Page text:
1835 the mill was destroyed by the Seminole Indians. In 1864 it was destroyed once again by Union Troops during the Civil War. In 1920 it was rebuilt and now serves as the Spanish Sugar Mill Grill and Griddle restaurant.
The Visitor Center features the parks 6,000 history with the native America mound builders. Bones and gray snail shells uncovered in the area are on display and prove of the centuries of occupation by native American groups who came to gather food.
The 1830 Mill Wheel pictured below is said to have pressed sugar cane, ground corn,
and processed cotton.
Flood plain hammock trees flourish in the wet conditions Florida is so famous for.
Old Methuselah (below) is a cypress tree over 500 years old. It is said to have survived the early 1900's when the cypress trees were cut for lumber to build homes and businesses.
Our Senior Missionary District, from left to right, Elder and Sister Moline, Elder Busath and myself, Elder and Sister Sherwood, Elder and Sister Marble, Elder and Sister Bevans and
Elder and Sister Gebs.
Just 45 minutes down the road from the De Leon Springs State Park is the Ponce De Leon Inlet Light Station Museum and since we were in the neighborhood we just couldn't resist.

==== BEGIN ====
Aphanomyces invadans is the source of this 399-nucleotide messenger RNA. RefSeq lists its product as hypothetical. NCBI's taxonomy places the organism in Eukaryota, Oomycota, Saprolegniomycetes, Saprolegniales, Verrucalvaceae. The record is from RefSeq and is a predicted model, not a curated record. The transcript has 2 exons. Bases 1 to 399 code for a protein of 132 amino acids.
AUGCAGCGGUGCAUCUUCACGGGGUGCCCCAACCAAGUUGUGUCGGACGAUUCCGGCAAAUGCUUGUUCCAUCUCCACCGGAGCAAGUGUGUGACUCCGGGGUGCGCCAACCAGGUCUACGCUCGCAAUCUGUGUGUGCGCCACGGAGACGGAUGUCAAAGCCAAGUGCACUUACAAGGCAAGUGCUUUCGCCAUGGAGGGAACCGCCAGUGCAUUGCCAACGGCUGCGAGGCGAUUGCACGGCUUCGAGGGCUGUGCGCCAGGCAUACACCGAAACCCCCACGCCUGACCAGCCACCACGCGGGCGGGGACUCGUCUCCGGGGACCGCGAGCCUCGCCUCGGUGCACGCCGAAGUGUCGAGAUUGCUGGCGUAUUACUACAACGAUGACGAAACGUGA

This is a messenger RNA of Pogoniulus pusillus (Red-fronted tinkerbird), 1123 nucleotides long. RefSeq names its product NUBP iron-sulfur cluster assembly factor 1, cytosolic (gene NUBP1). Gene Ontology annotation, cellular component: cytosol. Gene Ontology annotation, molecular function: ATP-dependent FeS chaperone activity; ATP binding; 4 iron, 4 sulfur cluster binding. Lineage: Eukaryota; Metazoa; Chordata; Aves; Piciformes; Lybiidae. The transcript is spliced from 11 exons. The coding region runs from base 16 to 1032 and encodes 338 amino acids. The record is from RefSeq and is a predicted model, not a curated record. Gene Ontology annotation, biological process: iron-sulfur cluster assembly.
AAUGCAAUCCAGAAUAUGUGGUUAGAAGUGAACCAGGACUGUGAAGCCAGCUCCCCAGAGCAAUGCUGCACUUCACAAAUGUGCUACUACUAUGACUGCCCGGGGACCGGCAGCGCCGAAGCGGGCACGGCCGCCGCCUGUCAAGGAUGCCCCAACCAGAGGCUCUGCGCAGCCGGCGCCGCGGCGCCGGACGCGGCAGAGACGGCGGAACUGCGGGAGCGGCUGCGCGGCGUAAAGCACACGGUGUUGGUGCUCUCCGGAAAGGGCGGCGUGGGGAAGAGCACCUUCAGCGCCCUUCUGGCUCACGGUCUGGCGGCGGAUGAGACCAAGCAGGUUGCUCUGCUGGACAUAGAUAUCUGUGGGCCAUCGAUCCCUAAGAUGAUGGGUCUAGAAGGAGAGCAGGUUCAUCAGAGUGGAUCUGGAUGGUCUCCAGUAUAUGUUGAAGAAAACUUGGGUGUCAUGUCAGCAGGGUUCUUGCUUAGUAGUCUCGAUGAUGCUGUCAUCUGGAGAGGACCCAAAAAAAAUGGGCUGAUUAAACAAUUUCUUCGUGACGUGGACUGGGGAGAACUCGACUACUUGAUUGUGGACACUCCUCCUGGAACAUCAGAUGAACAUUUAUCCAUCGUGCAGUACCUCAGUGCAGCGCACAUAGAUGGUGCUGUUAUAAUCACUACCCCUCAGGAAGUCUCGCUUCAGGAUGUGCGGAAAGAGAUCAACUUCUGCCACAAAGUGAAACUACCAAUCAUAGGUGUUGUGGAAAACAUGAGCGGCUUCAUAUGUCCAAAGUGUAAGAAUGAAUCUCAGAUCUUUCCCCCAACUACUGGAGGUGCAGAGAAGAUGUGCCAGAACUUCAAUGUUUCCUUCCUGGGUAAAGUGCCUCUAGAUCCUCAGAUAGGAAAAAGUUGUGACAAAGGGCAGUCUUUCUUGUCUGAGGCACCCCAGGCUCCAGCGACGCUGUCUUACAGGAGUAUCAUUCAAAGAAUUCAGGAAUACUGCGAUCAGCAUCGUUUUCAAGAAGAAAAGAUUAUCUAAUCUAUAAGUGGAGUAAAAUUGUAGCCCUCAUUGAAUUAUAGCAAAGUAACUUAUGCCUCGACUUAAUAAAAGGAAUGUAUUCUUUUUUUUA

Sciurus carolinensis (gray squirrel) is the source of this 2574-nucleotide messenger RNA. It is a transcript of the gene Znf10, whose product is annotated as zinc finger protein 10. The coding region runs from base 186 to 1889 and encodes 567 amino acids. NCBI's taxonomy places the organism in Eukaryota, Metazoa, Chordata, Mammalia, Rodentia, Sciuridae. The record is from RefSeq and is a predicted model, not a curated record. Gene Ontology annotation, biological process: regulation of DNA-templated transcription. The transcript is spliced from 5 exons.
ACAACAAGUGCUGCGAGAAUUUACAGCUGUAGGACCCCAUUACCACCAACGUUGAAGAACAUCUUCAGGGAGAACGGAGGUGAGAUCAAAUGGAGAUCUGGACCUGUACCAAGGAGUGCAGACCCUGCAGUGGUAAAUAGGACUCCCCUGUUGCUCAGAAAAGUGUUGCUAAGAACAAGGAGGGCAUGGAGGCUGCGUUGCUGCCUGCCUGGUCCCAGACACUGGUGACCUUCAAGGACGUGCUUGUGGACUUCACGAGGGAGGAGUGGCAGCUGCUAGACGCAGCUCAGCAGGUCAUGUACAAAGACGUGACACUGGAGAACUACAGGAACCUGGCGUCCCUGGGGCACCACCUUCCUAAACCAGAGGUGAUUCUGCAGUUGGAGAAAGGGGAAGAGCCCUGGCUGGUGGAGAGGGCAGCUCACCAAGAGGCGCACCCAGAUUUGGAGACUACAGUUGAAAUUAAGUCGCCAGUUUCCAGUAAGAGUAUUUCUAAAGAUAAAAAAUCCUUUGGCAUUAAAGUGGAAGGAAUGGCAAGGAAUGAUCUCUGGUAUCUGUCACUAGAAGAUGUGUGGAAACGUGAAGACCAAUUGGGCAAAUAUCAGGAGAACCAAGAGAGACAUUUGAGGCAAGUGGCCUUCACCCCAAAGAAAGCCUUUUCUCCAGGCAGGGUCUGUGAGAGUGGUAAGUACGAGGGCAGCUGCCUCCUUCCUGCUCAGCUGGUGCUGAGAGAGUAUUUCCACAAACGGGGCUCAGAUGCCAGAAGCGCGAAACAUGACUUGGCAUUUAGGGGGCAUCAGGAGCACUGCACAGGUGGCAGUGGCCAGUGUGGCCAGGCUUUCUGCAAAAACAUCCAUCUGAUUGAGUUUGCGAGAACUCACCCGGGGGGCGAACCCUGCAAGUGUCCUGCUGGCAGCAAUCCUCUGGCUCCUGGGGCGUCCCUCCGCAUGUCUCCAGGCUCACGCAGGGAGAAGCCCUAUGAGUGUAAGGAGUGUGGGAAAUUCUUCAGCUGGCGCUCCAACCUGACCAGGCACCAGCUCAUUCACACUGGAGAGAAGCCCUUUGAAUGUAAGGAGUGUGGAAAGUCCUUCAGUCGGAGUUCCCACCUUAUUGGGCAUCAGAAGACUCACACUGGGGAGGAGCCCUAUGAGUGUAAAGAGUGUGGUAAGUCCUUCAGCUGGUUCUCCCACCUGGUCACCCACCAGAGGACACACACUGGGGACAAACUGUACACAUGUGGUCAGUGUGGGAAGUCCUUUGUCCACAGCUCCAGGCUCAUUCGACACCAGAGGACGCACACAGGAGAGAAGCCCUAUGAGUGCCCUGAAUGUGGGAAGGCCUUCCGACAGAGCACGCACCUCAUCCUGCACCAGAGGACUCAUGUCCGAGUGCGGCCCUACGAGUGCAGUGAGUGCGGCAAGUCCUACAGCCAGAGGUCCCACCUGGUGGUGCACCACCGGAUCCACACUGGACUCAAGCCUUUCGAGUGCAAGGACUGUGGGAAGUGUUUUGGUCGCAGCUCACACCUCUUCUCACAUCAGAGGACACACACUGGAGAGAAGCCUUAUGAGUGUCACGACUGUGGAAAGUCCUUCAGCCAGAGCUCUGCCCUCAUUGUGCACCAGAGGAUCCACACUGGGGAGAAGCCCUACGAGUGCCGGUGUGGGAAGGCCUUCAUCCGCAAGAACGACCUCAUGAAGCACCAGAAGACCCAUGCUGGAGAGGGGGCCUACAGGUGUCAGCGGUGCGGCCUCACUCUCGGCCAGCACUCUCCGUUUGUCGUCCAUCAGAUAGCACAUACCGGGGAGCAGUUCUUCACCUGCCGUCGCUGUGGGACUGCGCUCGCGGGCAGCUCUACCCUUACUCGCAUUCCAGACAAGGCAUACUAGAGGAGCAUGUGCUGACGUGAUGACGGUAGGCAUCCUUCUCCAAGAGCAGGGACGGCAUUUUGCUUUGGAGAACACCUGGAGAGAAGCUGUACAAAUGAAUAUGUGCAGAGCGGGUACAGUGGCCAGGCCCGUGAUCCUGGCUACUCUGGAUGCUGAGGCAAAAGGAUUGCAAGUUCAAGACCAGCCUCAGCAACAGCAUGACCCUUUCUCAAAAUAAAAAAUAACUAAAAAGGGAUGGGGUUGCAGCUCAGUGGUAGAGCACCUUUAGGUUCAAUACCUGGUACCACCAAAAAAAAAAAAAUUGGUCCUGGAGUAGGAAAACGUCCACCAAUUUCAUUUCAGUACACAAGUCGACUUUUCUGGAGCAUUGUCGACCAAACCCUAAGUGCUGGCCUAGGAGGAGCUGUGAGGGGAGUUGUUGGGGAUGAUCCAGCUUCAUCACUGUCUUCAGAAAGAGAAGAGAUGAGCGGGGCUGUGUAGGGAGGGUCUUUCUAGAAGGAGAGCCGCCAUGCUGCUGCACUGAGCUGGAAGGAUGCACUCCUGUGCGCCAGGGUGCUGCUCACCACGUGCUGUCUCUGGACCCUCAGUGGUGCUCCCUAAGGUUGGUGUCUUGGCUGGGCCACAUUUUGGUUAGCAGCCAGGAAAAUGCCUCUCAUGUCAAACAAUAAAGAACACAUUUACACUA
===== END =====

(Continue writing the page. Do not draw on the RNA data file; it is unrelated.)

The museum is one of the few Light Stations in the United States with all of the original keepers' dwellings and support buildings intact. It was completed in 1887 and is a National Historic Landmark and has, for over 125 years, guided mariners safely to their destinations.
The Ponce De Leon Inlet Lighthouse (front and side view) is the tallest lighthouse in Florida and one of the tallest in the nation. The tower tapers from a 32' diameter base to a 12' diameter top. The bricks are 8' thick at the bottom and 2' thick at the top.
Activated for the first time on November 1, 1887, the lighthouse was illuminated by a kerosene lantern inside a fixed Fresnel lens.
This is a picture inside the 175 foot lighthouse and there are actually 203 stairs to the top. Yes, we really did climb to the top, and yes it was a little scary and it got very narrow
the closer we got to the top.
The top of the lighthouse!!!
The view from the top is breath taking and definitely worth the climb!
Our Kodak moment from the top!
Elder and Sister Sherwood joined us at the lighthouse.
The Principal Keeper's dwelling.
In 1933 the Lighthouse Service electrified the tower and changed the beacon to a flashing characteristic. A rotating third order Fresnel lens was installed
In 1970, the Coast Guard established a beacon on the south side of the inlet and abandoned the lighthouse :( In late 1982, the Coast Guard installed a modern beacon in the tower, and the lighthouse was officially returned to its original use as a aid to navigation.
We had a great day and arrived home just in the nick of time!
Okay so we couldn't wait until the 4th of July! (Thanks Marili) After a wonderful day of sightseeing and spending time with friends it was cause to celebrate the last of our free time and
get ready for transfers.
Florida, teeming with wildlife, rich with history, an incredible place
to be serving a mission for the Lord!
See you later, alligator...............